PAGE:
FRANKFORT, Ky. — Gov. Andy Beshear on Monday promoted a “prison-to-work” initiative aimed at offering second chances for those incarcerated in Kentucky by having jobs lined up for them before they leave custody.
The goal is to match them with Kentucky businesses in need of workers by allowing employers to virtually interview prisoners, the governor said at a news conference. Incarcerated people also will receive help in writing resumes and preparing for interviews with prospective employers.
“The goal is for reentering inmates to have a job offer and ready to start to work the day they walk out of the gate,” said Kentucky Justice and Public Safety Secretary Kerry Harvey.
Beshear's administration is teaming with the Kentucky Chamber of Commerce to promote the initiative. It will be offered at all 13 state prisons and 19 local jails that house state incarcerated people.
Beshear cited the redemptive value of the program, saying: “My faith teaches me that there are second chances in this life and that we are all our brothers’ and sisters’ keepers.”
The Democratic governor also pointed to broader societal benefits — including the anti-crime value of the Prison-to-Work Pipeline program, which launched in late summer and is being ramped up. By helping ex-inmates find work, they are less likely to commit new crimes, he said.
The initiative comes amid strong job growth and historically low unemployment rates in Kentucky.
Kentucky posted record-high totals for private-sector investment and job creation in 2021, and is on pace for at least its second-best totals ever in 2022, Beshear said. The Bluegrass State added more than 80,000 new jobs from September 2021 to September 2022, he said.
For those leaving custody, it means that it's about "the best opportunity anyone has ever had when you come out to rebuild your life, to have secure employment, to get back with your family, to make sure what landed you in incarceration isn’t what you are remembered for,” the governor said.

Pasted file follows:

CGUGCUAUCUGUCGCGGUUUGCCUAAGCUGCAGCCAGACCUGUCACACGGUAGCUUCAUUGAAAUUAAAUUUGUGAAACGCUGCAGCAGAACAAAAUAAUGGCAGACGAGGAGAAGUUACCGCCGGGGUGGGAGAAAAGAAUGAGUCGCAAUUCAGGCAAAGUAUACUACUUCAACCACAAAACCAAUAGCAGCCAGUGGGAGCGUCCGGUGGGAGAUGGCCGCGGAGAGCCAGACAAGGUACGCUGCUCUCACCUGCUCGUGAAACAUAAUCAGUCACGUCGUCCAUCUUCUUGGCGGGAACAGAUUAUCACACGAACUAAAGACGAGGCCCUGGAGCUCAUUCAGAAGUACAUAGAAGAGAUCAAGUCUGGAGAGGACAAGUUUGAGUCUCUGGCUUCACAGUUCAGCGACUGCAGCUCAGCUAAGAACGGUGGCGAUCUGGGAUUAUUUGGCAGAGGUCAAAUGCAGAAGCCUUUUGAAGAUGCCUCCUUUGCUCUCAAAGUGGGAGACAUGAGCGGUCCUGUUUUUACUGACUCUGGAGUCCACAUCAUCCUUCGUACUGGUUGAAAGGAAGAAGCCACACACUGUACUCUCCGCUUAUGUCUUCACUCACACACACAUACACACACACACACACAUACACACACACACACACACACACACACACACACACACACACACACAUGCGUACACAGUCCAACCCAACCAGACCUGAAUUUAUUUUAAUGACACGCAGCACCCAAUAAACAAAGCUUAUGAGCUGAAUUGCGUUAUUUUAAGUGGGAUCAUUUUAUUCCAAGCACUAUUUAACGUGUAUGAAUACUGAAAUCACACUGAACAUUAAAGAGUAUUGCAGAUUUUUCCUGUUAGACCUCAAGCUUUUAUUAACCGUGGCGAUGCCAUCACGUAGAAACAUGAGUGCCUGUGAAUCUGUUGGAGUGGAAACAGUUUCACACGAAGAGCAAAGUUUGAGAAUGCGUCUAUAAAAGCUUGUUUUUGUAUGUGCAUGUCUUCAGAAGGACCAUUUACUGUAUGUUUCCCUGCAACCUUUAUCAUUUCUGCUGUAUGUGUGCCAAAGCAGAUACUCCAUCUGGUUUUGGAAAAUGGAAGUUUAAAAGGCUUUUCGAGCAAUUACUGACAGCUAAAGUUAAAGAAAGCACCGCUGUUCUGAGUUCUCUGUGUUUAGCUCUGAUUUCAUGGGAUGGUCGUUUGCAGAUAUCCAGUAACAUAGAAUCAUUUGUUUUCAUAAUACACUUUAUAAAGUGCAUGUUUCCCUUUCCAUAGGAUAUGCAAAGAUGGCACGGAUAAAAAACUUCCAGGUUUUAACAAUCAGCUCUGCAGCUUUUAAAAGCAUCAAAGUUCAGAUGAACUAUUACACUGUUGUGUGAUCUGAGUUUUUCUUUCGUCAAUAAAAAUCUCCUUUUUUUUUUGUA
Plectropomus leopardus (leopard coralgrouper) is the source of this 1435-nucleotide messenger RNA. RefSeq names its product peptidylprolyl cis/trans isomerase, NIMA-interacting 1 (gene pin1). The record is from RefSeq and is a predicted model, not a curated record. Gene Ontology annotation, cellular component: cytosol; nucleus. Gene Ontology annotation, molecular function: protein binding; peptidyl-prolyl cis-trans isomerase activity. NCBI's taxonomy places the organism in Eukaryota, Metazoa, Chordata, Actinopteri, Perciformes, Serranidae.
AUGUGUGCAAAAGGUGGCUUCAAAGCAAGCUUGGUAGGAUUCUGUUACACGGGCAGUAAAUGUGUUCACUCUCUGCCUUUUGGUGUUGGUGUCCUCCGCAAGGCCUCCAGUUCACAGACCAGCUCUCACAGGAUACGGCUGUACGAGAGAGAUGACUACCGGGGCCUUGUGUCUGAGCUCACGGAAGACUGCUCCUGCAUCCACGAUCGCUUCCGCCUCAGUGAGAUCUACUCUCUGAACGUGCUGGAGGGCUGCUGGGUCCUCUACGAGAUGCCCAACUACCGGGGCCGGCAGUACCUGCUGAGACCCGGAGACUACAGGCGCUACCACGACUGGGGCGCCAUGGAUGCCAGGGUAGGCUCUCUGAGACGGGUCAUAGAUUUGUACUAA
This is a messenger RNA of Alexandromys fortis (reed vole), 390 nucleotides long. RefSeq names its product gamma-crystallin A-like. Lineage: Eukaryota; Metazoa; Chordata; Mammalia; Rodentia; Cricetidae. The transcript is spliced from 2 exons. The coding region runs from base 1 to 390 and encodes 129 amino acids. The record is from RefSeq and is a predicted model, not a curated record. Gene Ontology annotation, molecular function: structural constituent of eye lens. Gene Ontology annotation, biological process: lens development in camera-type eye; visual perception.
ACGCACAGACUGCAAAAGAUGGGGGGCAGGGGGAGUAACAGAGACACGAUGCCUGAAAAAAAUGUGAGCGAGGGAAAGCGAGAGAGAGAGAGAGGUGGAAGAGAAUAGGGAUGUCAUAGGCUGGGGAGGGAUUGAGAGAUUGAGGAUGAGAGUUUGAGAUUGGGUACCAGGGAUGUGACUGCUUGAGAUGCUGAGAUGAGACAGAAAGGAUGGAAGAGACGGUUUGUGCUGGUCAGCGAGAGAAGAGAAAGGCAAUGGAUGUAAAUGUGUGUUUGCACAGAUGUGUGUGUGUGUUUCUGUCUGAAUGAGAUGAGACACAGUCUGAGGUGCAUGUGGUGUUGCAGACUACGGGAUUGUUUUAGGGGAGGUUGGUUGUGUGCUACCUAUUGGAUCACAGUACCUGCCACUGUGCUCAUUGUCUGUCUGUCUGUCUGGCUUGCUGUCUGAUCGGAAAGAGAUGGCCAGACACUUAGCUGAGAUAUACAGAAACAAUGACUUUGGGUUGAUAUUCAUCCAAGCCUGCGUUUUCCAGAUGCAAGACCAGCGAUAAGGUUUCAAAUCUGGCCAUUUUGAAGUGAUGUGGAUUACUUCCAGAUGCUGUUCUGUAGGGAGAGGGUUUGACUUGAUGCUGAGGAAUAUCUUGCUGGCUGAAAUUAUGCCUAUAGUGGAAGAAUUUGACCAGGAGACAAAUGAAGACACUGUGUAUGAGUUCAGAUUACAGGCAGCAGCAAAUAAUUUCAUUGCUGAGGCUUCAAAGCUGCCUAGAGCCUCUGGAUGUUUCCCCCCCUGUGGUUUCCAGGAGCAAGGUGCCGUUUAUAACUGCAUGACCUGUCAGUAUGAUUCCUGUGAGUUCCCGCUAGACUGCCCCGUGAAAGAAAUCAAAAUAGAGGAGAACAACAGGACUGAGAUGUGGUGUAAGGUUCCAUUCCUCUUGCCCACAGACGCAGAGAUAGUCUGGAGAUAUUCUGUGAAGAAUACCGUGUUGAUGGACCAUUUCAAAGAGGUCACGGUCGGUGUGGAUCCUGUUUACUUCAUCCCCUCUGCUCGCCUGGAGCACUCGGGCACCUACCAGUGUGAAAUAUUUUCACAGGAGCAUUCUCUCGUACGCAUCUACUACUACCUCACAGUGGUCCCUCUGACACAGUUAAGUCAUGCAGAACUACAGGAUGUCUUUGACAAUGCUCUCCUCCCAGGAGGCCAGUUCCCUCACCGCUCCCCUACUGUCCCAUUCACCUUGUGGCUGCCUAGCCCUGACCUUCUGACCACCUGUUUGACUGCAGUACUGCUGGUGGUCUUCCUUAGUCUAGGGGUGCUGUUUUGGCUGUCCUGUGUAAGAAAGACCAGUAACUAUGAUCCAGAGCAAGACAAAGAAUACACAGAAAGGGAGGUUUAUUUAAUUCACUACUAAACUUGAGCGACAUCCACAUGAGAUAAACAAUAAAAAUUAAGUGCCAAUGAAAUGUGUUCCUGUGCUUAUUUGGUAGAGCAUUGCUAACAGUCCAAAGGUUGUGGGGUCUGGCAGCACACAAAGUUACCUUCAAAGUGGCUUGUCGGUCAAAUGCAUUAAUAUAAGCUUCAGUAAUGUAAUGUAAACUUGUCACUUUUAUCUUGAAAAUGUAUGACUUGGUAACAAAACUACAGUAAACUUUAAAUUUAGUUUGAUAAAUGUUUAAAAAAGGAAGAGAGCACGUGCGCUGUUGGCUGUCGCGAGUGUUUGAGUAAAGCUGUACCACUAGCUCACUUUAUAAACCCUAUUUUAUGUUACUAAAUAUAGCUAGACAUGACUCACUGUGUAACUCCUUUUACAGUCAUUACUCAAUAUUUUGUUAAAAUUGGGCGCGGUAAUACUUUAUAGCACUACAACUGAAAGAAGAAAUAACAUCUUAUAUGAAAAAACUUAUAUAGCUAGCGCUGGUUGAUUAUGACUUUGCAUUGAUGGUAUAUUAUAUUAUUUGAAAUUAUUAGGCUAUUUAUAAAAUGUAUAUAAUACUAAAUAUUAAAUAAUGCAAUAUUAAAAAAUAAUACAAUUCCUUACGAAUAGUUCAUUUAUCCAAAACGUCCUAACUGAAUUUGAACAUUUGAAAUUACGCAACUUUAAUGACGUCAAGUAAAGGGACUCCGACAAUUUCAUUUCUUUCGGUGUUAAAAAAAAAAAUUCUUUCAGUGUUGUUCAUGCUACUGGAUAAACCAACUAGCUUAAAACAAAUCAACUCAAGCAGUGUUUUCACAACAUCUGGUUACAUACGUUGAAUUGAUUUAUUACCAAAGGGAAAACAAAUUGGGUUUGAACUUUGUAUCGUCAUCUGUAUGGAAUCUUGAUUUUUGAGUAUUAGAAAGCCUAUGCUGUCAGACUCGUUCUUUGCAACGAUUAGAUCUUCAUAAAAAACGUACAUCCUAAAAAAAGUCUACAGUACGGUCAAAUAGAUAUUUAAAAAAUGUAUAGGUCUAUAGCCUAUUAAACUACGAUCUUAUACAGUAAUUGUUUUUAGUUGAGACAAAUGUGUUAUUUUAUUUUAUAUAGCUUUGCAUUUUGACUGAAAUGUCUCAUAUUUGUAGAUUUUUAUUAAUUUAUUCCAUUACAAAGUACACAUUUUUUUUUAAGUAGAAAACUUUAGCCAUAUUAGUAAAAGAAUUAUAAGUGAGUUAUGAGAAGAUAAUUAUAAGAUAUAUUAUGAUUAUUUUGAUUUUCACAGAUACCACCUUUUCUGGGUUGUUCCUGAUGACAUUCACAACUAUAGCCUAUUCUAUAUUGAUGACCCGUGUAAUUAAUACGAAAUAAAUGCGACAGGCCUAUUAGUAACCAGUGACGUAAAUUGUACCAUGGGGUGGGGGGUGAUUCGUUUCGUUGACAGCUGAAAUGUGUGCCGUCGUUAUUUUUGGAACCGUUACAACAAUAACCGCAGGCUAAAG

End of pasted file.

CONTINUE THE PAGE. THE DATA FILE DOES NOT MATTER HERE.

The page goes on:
But the state's workforce participation rate has lagged behind pre-pandemic levels — becoming a constant struggle for many employers looking to fill jobs.
Kentucky Chamber President and CEO Ashli Watts pointed to statistics showing Kentucky has more than 160,000 open jobs and fewer than 80,000 people actively seeking careers.
Multiple factors contribute to the sluggish workforce participation rate, but the initiatives promoted Monday are a step toward overcoming them, she said.
“To help ensure that we have the workforce to fill the jobs of today and tomorrow, we need to make sure that every Kentuckian who wants to work is fully able to do so,” Watts said. “In many instances, this means removing barriers to employment. One such barrier is trying to join the workforce with a criminal record or with a history of substance use disorder.”
Watts mentioned other efforts by the chamber to remove the barriers to work for Kentuckians with criminal records or a history of substance use disorder.
Employers interested in participating in the Prison-to-Work Pipeline program should contact the Kentucky Chamber, the governor's office said in a news release.
In another step, Beshear's administration said Monday that it is expanding a job readiness simulation program for incarcerated Kentuckians. The virtual learning experience aims to have incarcerated people prepared for job interviews and employment once released from custody, state Department of Corrections Commissioner Cookie Crews said in the release.
The program is offered to those at Kentucky Correctional Institution for Women and Luther Luckett Correctional Complex who are nearing the completion of their sentences. Beshear's administration plans to expand the program statewide in 2023, the news release said.